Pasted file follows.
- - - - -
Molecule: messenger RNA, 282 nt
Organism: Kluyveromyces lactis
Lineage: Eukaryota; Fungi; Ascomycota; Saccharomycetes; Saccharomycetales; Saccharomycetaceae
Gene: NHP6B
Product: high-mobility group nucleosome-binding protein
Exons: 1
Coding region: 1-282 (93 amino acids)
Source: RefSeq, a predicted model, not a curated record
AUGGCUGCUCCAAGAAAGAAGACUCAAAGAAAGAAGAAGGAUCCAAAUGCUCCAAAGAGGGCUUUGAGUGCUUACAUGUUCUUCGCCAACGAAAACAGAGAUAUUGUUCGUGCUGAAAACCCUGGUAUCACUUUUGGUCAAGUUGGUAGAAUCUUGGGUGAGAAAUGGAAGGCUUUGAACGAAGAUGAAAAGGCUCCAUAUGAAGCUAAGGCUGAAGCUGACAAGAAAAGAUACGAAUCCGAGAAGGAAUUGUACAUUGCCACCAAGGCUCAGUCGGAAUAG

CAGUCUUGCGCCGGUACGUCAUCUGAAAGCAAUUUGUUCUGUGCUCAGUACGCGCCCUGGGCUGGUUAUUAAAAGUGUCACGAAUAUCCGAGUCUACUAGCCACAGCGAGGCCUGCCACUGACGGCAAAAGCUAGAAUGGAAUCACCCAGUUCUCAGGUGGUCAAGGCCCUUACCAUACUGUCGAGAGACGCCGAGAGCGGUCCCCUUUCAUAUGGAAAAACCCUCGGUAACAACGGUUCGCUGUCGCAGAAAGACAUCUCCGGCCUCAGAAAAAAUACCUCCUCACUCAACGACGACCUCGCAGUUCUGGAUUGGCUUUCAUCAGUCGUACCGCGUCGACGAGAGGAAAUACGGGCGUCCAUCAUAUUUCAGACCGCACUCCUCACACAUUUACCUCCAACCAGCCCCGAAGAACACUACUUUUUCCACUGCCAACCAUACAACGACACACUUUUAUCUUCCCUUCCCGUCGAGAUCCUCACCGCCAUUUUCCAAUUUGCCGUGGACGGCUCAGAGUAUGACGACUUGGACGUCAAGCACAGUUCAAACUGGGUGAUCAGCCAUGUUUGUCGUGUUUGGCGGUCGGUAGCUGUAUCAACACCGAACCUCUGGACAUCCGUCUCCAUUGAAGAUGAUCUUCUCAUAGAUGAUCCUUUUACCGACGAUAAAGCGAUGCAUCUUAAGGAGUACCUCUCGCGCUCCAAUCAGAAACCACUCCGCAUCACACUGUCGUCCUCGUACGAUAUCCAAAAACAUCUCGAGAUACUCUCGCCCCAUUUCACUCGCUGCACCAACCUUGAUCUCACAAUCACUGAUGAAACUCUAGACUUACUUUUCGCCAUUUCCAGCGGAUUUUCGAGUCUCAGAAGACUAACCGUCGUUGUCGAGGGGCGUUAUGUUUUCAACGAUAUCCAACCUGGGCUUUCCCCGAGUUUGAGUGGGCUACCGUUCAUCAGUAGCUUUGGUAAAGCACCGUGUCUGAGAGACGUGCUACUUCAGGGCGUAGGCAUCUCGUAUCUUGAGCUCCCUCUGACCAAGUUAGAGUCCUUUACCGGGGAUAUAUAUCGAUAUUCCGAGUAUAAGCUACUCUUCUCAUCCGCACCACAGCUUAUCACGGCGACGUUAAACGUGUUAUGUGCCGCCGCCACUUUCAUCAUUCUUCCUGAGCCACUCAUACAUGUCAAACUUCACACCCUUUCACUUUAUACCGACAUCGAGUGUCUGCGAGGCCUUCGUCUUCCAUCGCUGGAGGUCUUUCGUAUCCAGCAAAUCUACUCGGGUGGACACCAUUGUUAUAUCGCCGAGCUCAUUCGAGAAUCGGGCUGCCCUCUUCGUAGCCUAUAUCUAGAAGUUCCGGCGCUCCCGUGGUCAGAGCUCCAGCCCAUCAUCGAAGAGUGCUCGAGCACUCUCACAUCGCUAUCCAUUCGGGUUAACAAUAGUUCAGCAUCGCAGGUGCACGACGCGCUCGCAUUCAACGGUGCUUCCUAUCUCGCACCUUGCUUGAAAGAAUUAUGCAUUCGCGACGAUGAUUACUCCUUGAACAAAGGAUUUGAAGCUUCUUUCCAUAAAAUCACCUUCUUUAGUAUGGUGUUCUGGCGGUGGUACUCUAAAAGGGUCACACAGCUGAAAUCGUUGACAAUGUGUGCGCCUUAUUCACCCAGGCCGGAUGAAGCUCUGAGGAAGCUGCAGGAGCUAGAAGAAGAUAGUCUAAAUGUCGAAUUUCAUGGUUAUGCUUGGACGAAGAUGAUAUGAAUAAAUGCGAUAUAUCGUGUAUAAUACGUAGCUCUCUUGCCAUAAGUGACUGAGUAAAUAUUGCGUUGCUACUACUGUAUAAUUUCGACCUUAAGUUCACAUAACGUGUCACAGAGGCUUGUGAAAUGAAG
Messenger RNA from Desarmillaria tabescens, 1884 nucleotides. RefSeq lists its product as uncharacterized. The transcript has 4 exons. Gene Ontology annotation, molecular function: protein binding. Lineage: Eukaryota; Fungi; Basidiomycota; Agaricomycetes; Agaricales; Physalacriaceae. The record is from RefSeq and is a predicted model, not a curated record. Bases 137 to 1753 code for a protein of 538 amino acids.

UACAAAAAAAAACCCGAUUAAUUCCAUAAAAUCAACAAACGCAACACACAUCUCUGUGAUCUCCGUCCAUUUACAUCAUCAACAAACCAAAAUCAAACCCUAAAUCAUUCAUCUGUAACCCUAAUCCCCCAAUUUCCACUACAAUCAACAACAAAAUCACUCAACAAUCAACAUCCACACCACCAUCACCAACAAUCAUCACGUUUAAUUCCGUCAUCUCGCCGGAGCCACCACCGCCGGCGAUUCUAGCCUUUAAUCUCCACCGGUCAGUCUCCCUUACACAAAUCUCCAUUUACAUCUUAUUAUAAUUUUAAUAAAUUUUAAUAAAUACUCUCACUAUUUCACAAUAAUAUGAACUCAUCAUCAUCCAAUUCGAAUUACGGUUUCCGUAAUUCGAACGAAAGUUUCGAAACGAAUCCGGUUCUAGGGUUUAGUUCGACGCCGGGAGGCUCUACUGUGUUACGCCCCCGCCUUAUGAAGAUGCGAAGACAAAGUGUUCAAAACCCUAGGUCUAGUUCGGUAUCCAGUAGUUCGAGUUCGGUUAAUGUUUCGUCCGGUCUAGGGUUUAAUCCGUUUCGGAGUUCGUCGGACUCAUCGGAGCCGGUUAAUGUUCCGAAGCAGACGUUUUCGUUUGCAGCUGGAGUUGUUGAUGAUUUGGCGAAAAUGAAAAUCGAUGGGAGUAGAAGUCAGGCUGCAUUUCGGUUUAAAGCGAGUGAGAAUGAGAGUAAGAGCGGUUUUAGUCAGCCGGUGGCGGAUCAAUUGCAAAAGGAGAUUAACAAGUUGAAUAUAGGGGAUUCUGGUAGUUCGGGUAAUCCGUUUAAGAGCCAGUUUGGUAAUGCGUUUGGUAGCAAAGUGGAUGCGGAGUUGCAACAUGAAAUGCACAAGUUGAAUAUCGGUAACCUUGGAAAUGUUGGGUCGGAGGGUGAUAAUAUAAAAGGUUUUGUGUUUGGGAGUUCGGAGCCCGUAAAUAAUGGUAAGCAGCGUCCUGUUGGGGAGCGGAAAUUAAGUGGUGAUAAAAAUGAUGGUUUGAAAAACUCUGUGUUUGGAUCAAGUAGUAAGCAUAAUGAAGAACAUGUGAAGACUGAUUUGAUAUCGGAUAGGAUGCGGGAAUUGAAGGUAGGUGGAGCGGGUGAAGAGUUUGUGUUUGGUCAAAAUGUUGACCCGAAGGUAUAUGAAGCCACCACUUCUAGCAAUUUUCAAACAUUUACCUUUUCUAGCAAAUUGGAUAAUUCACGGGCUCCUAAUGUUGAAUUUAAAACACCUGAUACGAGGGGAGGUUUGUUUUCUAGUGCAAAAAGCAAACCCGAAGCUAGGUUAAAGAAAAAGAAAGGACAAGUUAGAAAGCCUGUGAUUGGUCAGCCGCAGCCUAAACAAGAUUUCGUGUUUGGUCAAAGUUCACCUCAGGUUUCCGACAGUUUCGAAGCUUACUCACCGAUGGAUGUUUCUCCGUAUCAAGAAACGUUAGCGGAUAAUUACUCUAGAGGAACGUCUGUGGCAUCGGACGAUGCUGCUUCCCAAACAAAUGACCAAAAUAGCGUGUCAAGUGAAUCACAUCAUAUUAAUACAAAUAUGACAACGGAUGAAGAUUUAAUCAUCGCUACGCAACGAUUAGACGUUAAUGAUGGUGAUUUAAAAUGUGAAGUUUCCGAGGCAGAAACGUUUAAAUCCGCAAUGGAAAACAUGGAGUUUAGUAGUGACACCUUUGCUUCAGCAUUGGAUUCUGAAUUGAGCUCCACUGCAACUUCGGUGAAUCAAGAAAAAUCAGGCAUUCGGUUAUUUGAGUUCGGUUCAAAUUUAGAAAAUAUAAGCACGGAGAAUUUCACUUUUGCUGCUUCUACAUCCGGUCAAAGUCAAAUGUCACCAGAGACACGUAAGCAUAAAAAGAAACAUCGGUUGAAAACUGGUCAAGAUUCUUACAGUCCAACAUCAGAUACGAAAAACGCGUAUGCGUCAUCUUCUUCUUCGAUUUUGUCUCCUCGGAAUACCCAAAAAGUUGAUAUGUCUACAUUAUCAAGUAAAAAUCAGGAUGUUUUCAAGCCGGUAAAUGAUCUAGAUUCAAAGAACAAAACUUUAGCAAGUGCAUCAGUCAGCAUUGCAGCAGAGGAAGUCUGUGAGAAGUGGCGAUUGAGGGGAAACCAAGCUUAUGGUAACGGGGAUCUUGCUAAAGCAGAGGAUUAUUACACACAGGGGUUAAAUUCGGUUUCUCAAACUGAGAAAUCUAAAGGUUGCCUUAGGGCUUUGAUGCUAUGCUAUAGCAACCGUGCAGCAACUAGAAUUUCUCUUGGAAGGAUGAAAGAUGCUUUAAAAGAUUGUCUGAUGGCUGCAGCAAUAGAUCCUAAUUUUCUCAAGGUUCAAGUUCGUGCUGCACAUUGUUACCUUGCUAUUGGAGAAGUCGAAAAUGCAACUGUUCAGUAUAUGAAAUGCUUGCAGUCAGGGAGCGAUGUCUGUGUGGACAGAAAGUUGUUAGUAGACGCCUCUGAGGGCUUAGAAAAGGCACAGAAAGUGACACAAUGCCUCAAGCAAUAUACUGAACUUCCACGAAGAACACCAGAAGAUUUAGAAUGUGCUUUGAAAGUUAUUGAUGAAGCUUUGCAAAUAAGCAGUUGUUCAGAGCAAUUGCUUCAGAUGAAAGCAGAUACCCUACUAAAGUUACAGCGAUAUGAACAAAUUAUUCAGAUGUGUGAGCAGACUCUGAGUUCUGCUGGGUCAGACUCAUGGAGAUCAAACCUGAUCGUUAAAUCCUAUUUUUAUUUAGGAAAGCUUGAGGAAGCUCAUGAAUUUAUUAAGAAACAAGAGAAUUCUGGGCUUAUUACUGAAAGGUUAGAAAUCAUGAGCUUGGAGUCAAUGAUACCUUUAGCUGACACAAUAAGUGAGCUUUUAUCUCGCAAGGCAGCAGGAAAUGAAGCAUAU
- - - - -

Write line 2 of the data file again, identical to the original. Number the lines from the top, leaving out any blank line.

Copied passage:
Organism: Kluyveromyces lactis